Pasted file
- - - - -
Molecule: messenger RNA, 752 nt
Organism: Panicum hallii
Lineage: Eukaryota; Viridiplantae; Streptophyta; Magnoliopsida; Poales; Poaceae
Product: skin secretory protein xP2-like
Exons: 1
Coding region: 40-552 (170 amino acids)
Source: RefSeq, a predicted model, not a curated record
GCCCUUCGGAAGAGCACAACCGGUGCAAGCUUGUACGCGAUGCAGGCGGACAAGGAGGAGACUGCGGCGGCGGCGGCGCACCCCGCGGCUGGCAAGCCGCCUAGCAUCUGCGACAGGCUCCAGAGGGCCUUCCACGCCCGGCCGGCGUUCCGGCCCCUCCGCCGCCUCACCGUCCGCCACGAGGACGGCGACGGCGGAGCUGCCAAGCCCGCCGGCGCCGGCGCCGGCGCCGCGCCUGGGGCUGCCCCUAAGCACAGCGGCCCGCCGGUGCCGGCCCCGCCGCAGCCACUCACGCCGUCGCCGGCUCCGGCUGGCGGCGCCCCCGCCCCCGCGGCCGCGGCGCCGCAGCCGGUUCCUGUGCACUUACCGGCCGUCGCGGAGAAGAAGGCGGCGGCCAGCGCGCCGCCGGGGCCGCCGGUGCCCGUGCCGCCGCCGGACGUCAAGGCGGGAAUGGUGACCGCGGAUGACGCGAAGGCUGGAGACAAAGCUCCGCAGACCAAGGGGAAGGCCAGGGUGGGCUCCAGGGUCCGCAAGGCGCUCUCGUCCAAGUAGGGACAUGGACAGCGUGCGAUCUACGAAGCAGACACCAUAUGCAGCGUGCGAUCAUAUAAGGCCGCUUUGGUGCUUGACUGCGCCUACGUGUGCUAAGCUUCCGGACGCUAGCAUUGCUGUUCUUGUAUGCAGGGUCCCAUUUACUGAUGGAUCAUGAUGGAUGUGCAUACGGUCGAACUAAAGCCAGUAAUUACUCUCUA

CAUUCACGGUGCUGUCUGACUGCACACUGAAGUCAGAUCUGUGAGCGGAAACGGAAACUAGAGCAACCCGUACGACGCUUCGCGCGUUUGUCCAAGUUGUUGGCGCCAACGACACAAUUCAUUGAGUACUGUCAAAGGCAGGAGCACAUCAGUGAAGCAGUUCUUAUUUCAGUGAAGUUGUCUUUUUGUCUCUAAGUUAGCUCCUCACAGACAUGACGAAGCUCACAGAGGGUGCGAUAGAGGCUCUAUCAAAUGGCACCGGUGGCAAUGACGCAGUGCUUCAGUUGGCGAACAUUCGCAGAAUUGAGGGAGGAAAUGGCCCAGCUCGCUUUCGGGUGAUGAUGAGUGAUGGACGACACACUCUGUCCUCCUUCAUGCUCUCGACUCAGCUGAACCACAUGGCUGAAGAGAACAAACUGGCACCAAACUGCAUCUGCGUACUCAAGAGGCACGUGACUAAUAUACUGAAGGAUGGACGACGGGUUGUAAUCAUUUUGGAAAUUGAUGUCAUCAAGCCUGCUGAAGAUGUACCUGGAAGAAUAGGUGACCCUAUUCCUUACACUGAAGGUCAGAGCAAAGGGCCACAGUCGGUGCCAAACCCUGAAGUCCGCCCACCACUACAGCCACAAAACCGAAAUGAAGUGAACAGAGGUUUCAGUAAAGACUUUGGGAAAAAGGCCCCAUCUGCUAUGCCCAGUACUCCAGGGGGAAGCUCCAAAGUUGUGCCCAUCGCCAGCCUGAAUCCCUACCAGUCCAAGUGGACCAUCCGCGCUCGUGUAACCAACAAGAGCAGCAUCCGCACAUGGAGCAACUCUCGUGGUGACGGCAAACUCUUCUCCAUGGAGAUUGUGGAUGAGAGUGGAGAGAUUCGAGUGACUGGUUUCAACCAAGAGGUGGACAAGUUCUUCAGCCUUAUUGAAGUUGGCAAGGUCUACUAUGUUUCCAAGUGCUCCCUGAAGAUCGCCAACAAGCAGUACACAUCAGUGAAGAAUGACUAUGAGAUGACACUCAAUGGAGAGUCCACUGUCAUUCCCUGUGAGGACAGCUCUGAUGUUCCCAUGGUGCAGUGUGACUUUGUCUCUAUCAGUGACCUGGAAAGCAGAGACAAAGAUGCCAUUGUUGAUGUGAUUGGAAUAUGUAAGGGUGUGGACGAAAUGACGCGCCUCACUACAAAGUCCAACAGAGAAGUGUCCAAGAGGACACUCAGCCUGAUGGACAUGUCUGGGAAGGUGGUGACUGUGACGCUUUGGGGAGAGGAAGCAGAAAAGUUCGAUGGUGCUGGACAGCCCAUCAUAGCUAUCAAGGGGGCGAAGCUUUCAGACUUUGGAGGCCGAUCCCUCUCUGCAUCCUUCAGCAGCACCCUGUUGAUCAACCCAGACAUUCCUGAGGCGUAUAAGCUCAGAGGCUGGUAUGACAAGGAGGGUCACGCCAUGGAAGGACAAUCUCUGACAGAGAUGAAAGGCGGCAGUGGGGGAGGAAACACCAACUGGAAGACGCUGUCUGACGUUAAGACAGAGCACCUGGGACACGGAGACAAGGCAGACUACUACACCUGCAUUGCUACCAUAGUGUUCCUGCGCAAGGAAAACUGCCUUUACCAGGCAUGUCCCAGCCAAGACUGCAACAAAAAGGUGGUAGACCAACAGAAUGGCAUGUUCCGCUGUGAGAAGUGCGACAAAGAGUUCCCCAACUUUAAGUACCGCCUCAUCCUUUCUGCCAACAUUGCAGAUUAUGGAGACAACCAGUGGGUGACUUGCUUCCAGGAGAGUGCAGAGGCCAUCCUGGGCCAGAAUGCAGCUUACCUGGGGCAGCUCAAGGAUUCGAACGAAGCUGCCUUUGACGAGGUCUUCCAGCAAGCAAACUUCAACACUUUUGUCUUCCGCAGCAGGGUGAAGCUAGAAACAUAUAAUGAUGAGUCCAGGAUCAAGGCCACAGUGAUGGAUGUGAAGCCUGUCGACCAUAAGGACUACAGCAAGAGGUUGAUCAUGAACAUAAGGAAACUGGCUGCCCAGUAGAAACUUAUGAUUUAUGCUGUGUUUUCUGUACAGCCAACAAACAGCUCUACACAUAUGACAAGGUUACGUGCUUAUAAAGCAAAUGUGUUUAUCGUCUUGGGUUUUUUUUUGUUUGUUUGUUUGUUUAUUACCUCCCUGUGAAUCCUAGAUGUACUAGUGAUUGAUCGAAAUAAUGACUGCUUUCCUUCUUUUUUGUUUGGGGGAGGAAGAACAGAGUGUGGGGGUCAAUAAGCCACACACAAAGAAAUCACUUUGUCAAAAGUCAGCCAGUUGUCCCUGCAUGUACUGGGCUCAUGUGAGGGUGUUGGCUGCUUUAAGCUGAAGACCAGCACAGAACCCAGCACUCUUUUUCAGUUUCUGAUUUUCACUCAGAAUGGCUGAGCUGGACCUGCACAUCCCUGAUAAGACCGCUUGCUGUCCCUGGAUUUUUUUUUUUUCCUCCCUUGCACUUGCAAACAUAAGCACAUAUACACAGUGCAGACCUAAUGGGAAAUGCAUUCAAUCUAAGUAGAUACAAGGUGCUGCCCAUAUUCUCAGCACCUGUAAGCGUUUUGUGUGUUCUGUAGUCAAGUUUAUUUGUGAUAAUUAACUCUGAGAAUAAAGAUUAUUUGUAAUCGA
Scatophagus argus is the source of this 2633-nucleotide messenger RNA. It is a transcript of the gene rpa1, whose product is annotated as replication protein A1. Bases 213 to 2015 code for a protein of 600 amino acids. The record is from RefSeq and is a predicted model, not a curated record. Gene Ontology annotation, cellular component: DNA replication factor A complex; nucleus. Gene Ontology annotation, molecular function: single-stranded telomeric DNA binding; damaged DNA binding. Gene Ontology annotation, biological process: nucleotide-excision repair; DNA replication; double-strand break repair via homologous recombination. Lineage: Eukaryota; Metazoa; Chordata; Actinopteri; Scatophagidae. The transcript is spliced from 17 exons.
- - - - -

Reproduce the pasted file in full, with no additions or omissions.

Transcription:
Molecule: messenger RNA, 752 nt
Organism: Panicum hallii
Lineage: Eukaryota; Viridiplantae; Streptophyta; Magnoliopsida; Poales; Poaceae
Product: skin secretory protein xP2-like
Exons: 1
Coding region: 40-552 (170 amino acids)
Source: RefSeq, a predicted model, not a curated record
GCCCUUCGGAAGAGCACAACCGGUGCAAGCUUGUACGCGAUGCAGGCGGACAAGGAGGAGACUGCGGCGGCGGCGGCGCACCCCGCGGCUGGCAAGCCGCCUAGCAUCUGCGACAGGCUCCAGAGGGCCUUCCACGCCCGGCCGGCGUUCCGGCCCCUCCGCCGCCUCACCGUCCGCCACGAGGACGGCGACGGCGGAGCUGCCAAGCCCGCCGGCGCCGGCGCCGGCGCCGCGCCUGGGGCUGCCCCUAAGCACAGCGGCCCGCCGGUGCCGGCCCCGCCGCAGCCACUCACGCCGUCGCCGGCUCCGGCUGGCGGCGCCCCCGCCCCCGCGGCCGCGGCGCCGCAGCCGGUUCCUGUGCACUUACCGGCCGUCGCGGAGAAGAAGGCGGCGGCCAGCGCGCCGCCGGGGCCGCCGGUGCCCGUGCCGCCGCCGGACGUCAAGGCGGGAAUGGUGACCGCGGAUGACGCGAAGGCUGGAGACAAAGCUCCGCAGACCAAGGGGAAGGCCAGGGUGGGCUCCAGGGUCCGCAAGGCGCUCUCGUCCAAGUAGGGACAUGGACAGCGUGCGAUCUACGAAGCAGACACCAUAUGCAGCGUGCGAUCAUAUAAGGCCGCUUUGGUGCUUGACUGCGCCUACGUGUGCUAAGCUUCCGGACGCUAGCAUUGCUGUUCUUGUAUGCAGGGUCCCAUUUACUGAUGGAUCAUGAUGGAUGUGCAUACGGUCGAACUAAAGCCAGUAAUUACUCUCUA

CAUUCACGGUGCUGUCUGACUGCACACUGAAGUCAGAUCUGUGAGCGGAAACGGAAACUAGAGCAACCCGUACGACGCUUCGCGCGUUUGUCCAAGUUGUUGGCGCCAACGACACAAUUCAUUGAGUACUGUCAAAGGCAGGAGCACAUCAGUGAAGCAGUUCUUAUUUCAGUGAAGUUGUCUUUUUGUCUCUAAGUUAGCUCCUCACAGACAUGACGAAGCUCACAGAGGGUGCGAUAGAGGCUCUAUCAAAUGGCACCGGUGGCAAUGACGCAGUGCUUCAGUUGGCGAACAUUCGCAGAAUUGAGGGAGGAAAUGGCCCAGCUCGCUUUCGGGUGAUGAUGAGUGAUGGACGACACACUCUGUCCUCCUUCAUGCUCUCGACUCAGCUGAACCACAUGGCUGAAGAGAACAAACUGGCACCAAACUGCAUCUGCGUACUCAAGAGGCACGUGACUAAUAUACUGAAGGAUGGACGACGGGUUGUAAUCAUUUUGGAAAUUGAUGUCAUCAAGCCUGCUGAAGAUGUACCUGGAAGAAUAGGUGACCCUAUUCCUUACACUGAAGGUCAGAGCAAAGGGCCACAGUCGGUGCCAAACCCUGAAGUCCGCCCACCACUACAGCCACAAAACCGAAAUGAAGUGAACAGAGGUUUCAGUAAAGACUUUGGGAAAAAGGCCCCAUCUGCUAUGCCCAGUACUCCAGGGGGAAGCUCCAAAGUUGUGCCCAUCGCCAGCCUGAAUCCCUACCAGUCCAAGUGGACCAUCCGCGCUCGUGUAACCAACAAGAGCAGCAUCCGCACAUGGAGCAACUCUCGUGGUGACGGCAAACUCUUCUCCAUGGAGAUUGUGGAUGAGAGUGGAGAGAUUCGAGUGACUGGUUUCAACCAAGAGGUGGACAAGUUCUUCAGCCUUAUUGAAGUUGGCAAGGUCUACUAUGUUUCCAAGUGCUCCCUGAAGAUCGCCAACAAGCAGUACACAUCAGUGAAGAAUGACUAUGAGAUGACACUCAAUGGAGAGUCCACUGUCAUUCCCUGUGAGGACAGCUCUGAUGUUCCCAUGGUGCAGUGUGACUUUGUCUCUAUCAGUGACCUGGAAAGCAGAGACAAAGAUGCCAUUGUUGAUGUGAUUGGAAUAUGUAAGGGUGUGGACGAAAUGACGCGCCUCACUACAAAGUCCAACAGAGAAGUGUCCAAGAGGACACUCAGCCUGAUGGACAUGUCUGGGAAGGUGGUGACUGUGACGCUUUGGGGAGAGGAAGCAGAAAAGUUCGAUGGUGCUGGACAGCCCAUCAUAGCUAUCAAGGGGGCGAAGCUUUCAGACUUUGGAGGCCGAUCCCUCUCUGCAUCCUUCAGCAGCACCCUGUUGAUCAACCCAGACAUUCCUGAGGCGUAUAAGCUCAGAGGCUGGUAUGACAAGGAGGGUCACGCCAUGGAAGGACAAUCUCUGACAGAGAUGAAAGGCGGCAGUGGGGGAGGAAACACCAACUGGAAGACGCUGUCUGACGUUAAGACAGAGCACCUGGGACACGGAGACAAGGCAGACUACUACACCUGCAUUGCUACCAUAGUGUUCCUGCGCAAGGAAAACUGCCUUUACCAGGCAUGUCCCAGCCAAGACUGCAACAAAAAGGUGGUAGACCAACAGAAUGGCAUGUUCCGCUGUGAGAAGUGCGACAAAGAGUUCCCCAACUUUAAGUACCGCCUCAUCCUUUCUGCCAACAUUGCAGAUUAUGGAGACAACCAGUGGGUGACUUGCUUCCAGGAGAGUGCAGAGGCCAUCCUGGGCCAGAAUGCAGCUUACCUGGGGCAGCUCAAGGAUUCGAACGAAGCUGCCUUUGACGAGGUCUUCCAGCAAGCAAACUUCAACACUUUUGUCUUCCGCAGCAGGGUGAAGCUAGAAACAUAUAAUGAUGAGUCCAGGAUCAAGGCCACAGUGAUGGAUGUGAAGCCUGUCGACCAUAAGGACUACAGCAAGAGGUUGAUCAUGAACAUAAGGAAACUGGCUGCCCAGUAGAAACUUAUGAUUUAUGCUGUGUUUUCUGUACAGCCAACAAACAGCUCUACACAUAUGACAAGGUUACGUGCUUAUAAAGCAAAUGUGUUUAUCGUCUUGGGUUUUUUUUUGUUUGUUUGUUUGUUUAUUACCUCCCUGUGAAUCCUAGAUGUACUAGUGAUUGAUCGAAAUAAUGACUGCUUUCCUUCUUUUUUGUUUGGGGGAGGAAGAACAGAGUGUGGGGGUCAAUAAGCCACACACAAAGAAAUCACUUUGUCAAAAGUCAGCCAGUUGUCCCUGCAUGUACUGGGCUCAUGUGAGGGUGUUGGCUGCUUUAAGCUGAAGACCAGCACAGAACCCAGCACUCUUUUUCAGUUUCUGAUUUUCACUCAGAAUGGCUGAGCUGGACCUGCACAUCCCUGAUAAGACCGCUUGCUGUCCCUGGAUUUUUUUUUUUUCCUCCCUUGCACUUGCAAACAUAAGCACAUAUACACAGUGCAGACCUAAUGGGAAAUGCAUUCAAUCUAAGUAGAUACAAGGUGCUGCCCAUAUUCUCAGCACCUGUAAGCGUUUUGUGUGUUCUGUAGUCAAGUUUAUUUGUGAUAAUUAACUCUGAGAAUAAAGAUUAUUUGUAAUCGA
Scatophagus argus is the source of this 2633-nucleotide messenger RNA. It is a transcript of the gene rpa1, whose product is annotated as replication protein A1. Bases 213 to 2015 code for a protein of 600 amino acids. The record is from RefSeq and is a predicted model, not a curated record. Gene Ontology annotation, cellular component: DNA replication factor A complex; nucleus. Gene Ontology annotation, molecular function: single-stranded telomeric DNA binding; damaged DNA binding. Gene Ontology annotation, biological process: nucleotide-excision repair; DNA replication; double-strand break repair via homologous recombination. Lineage: Eukaryota; Metazoa; Chordata; Actinopteri; Scatophagidae. The transcript is spliced from 17 exons.